Introducing a fresh chill in Indo-Pak ties, Pakistan today said the bilateral peace process stands "suspended", indicated that it would not allow Indian investigators to travel there and accused India of creating unrest in its territory.
Addressing journalists in Delhi, Pakistan High Commissioner Abdul Basit said the bilateral dialogue process was as good as dead. He did some plain- speaking at a media interaction here when he said presently the peace process was "suspended", something India has been reluctant to admit.
He poured cold water on India's expectations that a team of NIA investigators would be allowed to visit Pakistan in connection with the Pathankot terror strike probe on the basis of reciprocity, a Pakistani Joint Investigation Team (JIT) having just concluded a visit to India.
"The whole investigation is not about the question of reciprocity in my view. It is more about extending cooperation or our two countries cooperating with each other to get to the bottom of the incident," Basit said.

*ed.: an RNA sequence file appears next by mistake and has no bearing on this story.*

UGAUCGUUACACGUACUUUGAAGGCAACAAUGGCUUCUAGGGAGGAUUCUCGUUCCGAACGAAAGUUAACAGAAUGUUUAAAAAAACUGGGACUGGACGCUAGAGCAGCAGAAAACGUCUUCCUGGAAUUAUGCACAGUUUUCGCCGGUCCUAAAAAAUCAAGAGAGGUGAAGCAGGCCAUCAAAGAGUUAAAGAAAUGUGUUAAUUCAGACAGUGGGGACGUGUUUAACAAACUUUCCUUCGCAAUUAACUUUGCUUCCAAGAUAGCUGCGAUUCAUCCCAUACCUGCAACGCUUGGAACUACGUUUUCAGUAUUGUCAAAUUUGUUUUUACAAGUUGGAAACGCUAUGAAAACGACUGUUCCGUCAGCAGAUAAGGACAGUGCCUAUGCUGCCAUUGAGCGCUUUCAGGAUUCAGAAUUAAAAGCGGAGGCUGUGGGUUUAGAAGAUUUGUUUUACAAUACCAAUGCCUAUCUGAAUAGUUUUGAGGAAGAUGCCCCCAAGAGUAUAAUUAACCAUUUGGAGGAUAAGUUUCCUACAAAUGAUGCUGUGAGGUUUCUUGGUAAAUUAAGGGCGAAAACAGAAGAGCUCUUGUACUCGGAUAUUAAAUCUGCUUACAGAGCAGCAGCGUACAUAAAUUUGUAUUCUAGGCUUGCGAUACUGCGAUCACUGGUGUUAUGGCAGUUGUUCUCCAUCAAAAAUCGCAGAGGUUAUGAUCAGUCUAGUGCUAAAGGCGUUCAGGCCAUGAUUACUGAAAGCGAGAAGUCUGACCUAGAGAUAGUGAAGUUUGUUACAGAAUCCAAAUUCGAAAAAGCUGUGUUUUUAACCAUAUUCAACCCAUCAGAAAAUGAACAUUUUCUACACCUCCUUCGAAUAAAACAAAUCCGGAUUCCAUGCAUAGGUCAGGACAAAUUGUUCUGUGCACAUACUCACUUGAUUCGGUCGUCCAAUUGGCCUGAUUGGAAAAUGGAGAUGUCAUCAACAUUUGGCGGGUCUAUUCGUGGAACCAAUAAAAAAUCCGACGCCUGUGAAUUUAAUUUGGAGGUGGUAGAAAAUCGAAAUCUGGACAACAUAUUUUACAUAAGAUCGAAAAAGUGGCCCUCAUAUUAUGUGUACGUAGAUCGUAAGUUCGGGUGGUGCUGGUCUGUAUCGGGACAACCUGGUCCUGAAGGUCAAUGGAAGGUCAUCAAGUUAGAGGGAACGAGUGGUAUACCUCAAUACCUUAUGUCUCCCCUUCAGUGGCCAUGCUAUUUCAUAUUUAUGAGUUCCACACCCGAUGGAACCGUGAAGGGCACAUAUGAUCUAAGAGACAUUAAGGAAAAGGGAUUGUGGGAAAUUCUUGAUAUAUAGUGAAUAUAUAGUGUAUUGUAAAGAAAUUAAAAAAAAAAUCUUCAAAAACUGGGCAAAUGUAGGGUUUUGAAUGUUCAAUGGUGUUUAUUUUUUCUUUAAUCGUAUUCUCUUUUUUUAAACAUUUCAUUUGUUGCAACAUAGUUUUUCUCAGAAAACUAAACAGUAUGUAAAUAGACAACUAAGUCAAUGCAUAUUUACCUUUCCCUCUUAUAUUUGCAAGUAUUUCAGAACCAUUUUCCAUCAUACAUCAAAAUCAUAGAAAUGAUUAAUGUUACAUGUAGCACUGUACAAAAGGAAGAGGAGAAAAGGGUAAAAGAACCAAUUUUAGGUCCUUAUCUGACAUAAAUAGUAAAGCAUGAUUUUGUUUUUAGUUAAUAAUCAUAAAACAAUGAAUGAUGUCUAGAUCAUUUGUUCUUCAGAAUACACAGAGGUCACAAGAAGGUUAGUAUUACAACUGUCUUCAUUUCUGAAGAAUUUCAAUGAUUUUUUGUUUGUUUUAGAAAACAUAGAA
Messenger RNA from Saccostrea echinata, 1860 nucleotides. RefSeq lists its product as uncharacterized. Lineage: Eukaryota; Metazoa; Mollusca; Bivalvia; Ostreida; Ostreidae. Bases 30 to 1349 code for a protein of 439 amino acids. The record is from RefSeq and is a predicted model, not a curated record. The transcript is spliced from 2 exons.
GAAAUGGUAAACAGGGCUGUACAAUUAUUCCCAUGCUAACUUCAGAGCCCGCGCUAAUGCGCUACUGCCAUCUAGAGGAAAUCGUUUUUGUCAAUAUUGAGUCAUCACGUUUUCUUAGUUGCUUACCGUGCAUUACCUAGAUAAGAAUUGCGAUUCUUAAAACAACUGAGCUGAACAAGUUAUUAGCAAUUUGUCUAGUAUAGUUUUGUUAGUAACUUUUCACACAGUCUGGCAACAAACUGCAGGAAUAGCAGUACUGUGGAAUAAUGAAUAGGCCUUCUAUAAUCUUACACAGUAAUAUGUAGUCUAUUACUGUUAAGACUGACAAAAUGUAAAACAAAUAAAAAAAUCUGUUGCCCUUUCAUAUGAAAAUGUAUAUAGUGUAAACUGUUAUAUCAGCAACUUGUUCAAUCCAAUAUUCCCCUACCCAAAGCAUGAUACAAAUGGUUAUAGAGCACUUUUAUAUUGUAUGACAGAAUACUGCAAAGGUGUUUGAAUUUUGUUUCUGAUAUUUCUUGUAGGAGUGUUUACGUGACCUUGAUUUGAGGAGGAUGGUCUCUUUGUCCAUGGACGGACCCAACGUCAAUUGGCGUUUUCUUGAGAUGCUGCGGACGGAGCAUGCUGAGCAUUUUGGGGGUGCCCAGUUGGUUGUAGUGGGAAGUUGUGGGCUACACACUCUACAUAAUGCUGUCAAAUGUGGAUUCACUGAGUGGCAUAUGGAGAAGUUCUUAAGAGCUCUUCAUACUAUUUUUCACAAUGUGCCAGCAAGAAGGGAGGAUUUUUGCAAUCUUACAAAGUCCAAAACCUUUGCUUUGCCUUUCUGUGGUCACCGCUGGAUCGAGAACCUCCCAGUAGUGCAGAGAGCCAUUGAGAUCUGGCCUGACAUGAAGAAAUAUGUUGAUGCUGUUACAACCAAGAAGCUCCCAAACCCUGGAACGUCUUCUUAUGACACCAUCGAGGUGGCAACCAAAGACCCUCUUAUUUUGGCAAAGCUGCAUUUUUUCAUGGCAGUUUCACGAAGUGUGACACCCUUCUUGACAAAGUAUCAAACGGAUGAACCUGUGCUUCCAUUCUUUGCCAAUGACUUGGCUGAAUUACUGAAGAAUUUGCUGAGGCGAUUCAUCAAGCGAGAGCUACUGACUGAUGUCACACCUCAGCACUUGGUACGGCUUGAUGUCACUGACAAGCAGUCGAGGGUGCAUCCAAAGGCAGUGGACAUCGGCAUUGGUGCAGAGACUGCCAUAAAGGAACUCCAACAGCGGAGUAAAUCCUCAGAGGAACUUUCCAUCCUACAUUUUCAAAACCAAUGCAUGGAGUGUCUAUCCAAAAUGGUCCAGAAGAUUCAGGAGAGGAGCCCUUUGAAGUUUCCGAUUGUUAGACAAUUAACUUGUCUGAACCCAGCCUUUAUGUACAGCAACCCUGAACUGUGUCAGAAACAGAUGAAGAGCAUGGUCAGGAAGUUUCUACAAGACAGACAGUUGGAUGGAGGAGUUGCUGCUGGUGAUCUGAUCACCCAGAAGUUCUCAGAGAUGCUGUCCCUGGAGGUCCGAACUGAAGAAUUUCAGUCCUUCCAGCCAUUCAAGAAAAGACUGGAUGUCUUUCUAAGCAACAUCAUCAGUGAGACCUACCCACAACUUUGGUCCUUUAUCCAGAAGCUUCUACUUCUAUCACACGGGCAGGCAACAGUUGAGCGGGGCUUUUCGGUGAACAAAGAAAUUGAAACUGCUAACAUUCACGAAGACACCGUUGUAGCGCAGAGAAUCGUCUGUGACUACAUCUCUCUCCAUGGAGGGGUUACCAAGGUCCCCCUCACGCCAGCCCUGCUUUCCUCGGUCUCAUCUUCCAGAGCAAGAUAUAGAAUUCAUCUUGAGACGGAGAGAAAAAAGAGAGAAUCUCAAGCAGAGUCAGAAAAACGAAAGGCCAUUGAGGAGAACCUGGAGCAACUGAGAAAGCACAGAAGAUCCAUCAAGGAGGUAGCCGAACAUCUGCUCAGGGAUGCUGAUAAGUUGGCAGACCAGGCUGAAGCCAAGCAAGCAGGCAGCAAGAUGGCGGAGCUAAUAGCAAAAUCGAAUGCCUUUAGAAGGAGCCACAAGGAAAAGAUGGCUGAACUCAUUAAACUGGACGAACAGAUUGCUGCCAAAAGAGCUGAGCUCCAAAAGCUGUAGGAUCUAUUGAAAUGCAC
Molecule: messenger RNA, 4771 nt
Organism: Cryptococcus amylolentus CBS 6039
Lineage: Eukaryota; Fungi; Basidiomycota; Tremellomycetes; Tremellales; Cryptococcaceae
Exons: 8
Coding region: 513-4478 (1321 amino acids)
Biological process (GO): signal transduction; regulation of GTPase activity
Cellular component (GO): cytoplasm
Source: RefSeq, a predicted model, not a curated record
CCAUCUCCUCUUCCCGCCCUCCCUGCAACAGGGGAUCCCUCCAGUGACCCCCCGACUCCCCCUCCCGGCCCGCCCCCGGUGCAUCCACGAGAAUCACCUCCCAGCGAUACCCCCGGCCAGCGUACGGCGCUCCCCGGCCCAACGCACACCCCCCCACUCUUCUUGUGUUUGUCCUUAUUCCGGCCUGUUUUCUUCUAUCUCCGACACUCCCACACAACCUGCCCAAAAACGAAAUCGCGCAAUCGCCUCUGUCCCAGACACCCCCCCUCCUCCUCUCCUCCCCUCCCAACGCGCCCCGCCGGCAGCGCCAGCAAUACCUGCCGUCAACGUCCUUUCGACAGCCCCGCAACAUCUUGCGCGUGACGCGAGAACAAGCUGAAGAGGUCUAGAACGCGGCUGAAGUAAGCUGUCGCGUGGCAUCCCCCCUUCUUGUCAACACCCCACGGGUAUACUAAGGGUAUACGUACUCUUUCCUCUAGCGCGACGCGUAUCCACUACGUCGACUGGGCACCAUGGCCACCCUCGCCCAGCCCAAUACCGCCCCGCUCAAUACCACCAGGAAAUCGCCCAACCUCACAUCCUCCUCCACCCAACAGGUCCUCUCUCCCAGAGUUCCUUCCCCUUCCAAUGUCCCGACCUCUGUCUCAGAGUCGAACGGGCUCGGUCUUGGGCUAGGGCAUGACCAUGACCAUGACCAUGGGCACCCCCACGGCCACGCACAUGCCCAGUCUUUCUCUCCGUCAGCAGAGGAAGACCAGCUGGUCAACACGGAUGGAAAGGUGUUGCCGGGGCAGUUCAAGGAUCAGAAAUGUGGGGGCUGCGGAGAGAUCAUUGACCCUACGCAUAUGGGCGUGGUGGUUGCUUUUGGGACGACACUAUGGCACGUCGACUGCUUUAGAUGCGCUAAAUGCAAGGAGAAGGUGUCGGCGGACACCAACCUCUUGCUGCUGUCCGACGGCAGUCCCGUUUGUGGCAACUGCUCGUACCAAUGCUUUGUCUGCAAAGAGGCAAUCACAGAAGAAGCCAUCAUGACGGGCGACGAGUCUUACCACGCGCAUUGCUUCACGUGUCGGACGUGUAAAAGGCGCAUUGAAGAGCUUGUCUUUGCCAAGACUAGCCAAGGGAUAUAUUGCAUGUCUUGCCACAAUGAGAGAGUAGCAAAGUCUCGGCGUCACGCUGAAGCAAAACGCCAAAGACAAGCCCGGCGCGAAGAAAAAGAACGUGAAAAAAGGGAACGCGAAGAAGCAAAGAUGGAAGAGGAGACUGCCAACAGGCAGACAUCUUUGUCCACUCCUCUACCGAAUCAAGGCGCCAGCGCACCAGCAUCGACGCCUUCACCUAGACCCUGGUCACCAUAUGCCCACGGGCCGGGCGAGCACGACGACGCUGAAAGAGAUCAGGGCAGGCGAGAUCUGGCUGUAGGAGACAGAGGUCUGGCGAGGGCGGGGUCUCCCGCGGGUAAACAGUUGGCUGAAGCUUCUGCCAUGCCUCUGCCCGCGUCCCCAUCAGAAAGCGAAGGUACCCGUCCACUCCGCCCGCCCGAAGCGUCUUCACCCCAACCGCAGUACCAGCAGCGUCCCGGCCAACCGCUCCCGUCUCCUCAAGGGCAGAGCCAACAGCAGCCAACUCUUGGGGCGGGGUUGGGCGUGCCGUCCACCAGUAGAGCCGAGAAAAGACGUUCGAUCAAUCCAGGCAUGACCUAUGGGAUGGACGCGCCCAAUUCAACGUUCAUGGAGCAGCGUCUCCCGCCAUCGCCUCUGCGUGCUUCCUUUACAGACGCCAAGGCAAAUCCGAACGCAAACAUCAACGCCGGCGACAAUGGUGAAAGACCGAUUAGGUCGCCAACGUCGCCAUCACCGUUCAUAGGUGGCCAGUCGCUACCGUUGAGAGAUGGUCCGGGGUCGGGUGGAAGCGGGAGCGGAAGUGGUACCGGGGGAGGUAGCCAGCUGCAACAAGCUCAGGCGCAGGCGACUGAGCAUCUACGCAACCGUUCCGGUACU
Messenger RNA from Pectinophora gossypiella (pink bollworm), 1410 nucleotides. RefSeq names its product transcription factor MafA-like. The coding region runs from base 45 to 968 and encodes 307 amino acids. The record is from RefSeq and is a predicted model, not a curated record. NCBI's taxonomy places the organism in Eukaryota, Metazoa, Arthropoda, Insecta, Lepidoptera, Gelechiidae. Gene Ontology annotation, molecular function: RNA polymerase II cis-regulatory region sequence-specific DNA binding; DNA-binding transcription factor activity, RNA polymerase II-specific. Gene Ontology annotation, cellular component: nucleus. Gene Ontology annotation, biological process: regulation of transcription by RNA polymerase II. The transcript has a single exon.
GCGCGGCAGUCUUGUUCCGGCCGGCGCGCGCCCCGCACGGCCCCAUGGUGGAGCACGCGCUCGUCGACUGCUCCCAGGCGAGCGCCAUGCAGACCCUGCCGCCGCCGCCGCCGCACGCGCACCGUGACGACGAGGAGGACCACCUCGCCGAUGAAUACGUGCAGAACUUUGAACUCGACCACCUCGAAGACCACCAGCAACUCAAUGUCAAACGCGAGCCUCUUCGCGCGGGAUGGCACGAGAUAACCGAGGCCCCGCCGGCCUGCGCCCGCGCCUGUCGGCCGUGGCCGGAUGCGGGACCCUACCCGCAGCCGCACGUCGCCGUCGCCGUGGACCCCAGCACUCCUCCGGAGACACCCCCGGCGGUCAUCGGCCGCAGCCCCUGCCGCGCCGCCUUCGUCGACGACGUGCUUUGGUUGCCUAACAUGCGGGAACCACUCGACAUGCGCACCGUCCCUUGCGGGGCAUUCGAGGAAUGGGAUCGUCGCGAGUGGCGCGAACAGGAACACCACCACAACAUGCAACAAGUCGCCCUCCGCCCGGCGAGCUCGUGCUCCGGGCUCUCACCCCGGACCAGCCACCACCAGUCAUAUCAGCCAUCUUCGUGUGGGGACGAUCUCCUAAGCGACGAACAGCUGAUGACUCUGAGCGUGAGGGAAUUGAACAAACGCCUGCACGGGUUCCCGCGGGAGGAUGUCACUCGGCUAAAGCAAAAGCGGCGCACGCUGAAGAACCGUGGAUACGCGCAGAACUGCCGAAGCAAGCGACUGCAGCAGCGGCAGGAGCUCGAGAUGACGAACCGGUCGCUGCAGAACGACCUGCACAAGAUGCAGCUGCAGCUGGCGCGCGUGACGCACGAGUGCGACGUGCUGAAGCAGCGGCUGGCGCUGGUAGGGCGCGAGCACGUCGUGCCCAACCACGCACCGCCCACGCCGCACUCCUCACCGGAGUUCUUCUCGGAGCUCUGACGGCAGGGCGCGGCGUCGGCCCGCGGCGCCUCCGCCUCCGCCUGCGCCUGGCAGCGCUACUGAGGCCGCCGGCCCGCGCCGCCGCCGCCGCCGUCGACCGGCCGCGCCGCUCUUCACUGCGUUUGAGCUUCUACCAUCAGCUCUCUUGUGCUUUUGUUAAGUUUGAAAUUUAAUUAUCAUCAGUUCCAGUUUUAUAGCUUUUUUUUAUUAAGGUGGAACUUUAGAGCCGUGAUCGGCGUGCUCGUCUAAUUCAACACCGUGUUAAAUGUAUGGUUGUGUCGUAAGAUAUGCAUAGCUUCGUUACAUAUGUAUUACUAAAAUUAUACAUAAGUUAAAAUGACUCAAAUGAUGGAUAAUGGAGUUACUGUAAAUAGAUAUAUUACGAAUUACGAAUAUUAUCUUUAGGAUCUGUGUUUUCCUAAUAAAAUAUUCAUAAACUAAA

This flies in the face of India's expectations that after the JIT's visit, a team of NIA investigators would be travelling to Pakistan. NIA had conveyed to the JIT that it would like to send a team to Pakistan, the External Affairs Ministry confirmed today.
Basit opened his interaction at the Foreign Correspondents' Club with a written statement in which he made a pointed reference to a former Indian Navy officer Kulbhushan Jadhav, currently in detention in Pakistan on charges of spying.
Jadhav's arrest "irrefutably corroborates what Pakistan has been saying all along", he said alluding to Pakistani charges that India was fomenting trouble in the restive province of Balochistan. "We are all aware of those who seek to create unrest in Pakistan and de-stabilise the country," the envoy said.
A Pakistani commentator said on TV later that Basit was speaking for Pakistan, a day after Prime Minister Nawaz Sharif chaired a meeting of National Security Council attended by the chiefs of armed forces.
However, hours after Basit's statement, Pakistani foreign ministry spokesperson Nafees Zakaria contradicted his claims saying the dialogue process hasn't stopped.
"Your question implies whether the foreign secretary-level talks will take place or not. I have stated this many times that both countries are in contact with each other and it has been reiterated from both sides that modalities are being worked out. I will again state that negotiations are the best means to resolve the issues," he told reporters in Islamabad on Thursday.